IGFBP-7 (also known as IGFBP-rP1) is an IGFBP-related protein (IGFBP-rPs) superfamily member. IGFBP-rPs have less binding affinity to IGF (insulin growth factor) and are involved in diverse biological activities in an IGF-independent manner . IGFBP-rP2 (CTGF (connective tissue growth factor)), another IGFBP-rP family member, plays a critical role during fibrogenesis in IPF [65, 66]. However, the role of IGFBP-7, which has a normal serum concentration of 33 ng/ml , in pulmonary fibrosis is unknown. IGFBP-7 is up-regulated in the fibrotic regions of IPF lung tissue as well as in isolated IPF fibroblasts though absent from controls . Here we have demonstrated that recombinant human IGFBP-7 significantly increased human primary SAEC wound repair when applied in serum-free basal media, whereas AEC were non-responsive to this protein. The mechanism behind these divergent responses remains to be clarified. The development of transferable and accessible primary human AEC cultures (which replicate in vivo characteristics; i.e. monolayer formation) will be necessary before clarification can be achieved. However at this time we cannot preclude the possibility that the distinct response is due tissue source or phenotypic background of the AEC and SAEC used in this study. However this distinction in response provides strong support for broad therapeutic applicability across multiple clinical applications for the hMSC secretome. Characterization of these cell-specific responses will underpin the continuing development of the stem cell-driven regenerative medicine industry.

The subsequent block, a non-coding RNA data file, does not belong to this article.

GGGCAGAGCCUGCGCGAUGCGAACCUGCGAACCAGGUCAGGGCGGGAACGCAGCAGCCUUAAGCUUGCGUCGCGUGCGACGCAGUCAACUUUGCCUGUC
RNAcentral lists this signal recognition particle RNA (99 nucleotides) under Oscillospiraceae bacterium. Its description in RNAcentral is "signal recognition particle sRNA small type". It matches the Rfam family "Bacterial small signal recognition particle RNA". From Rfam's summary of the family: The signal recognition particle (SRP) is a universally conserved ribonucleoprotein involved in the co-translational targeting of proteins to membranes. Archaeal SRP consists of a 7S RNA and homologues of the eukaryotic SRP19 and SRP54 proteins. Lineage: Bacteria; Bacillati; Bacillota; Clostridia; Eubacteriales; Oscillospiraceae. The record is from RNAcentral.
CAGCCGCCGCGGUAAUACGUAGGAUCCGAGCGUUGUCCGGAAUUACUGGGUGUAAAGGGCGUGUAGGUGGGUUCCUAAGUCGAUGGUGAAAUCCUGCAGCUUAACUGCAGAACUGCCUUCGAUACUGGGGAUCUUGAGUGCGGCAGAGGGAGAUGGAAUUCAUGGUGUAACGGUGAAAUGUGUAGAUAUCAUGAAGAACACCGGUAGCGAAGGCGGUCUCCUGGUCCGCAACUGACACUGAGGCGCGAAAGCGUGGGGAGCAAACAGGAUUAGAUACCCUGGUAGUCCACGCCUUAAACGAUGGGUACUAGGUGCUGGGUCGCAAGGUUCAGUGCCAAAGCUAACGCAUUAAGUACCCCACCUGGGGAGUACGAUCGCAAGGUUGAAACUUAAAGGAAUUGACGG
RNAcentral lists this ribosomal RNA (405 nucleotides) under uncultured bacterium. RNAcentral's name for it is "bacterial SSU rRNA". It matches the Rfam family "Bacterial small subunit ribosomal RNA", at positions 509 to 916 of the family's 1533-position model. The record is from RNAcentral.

The protein composition of ECM is variable, tissue specific, and provides essential scaffold and biochemical signals required for cell growth, tissue homeostasis, development and wound repair [55, 69]. Our in vitro AEC wound repair data encouraged us to investigate the substrate roles of Fibronectin, Lumican and Periostin on AEC migration. The in vitro scratch wound repair system is not suitable to test the effectiveness of individual substrate components as the wounding process would disrupt the protein coating. We developed a novel ‘collagen drop’ cell migration assay to evaluate individual substrate component capacity to support or inhibit migration. Normal basement membrane architecture provides a favourable substrate for AEC migration whereas disrupted alveolar basement membrane and aberrant ECM remodeling play a crucial role in the abrogation of alveolar re-epithelialisation in pulmonary fibrosis . Data from our ‘collagen drop’ cell migration assay has identified that both Fibronectin and Lumican are supportive of cell migration as substrate component. From consideration of the data obtained from wound repair and collagen drop assays we suggest a putative dual role (as topical and substrate components) of Fibronectin and Lumican, and a topical role of Periostin on alveolar epithelial cell migration and wound repair. Fibronectin, Lumican and Periostin have diverse biological effects on various cell types depending on their interactions with different receptor families, such as integrins, receptor tyrosine kinases (RTKs) and IGF-receptor [69–73]. It can be speculated that an individual candidate protein may stimulate different receptors depending on the mode of application with the potential to trigger different outcomes. Here our two different assay systems illustrated the effects of Periostin on AEC migration operated in an administration-dependent fashion. Further elucidation of hMSC secretory proteins and their interactions with target receptors in alveolar epithelial wound repair will provide a clear understanding in hMSC-mediated alveolar injury repair and regeneration.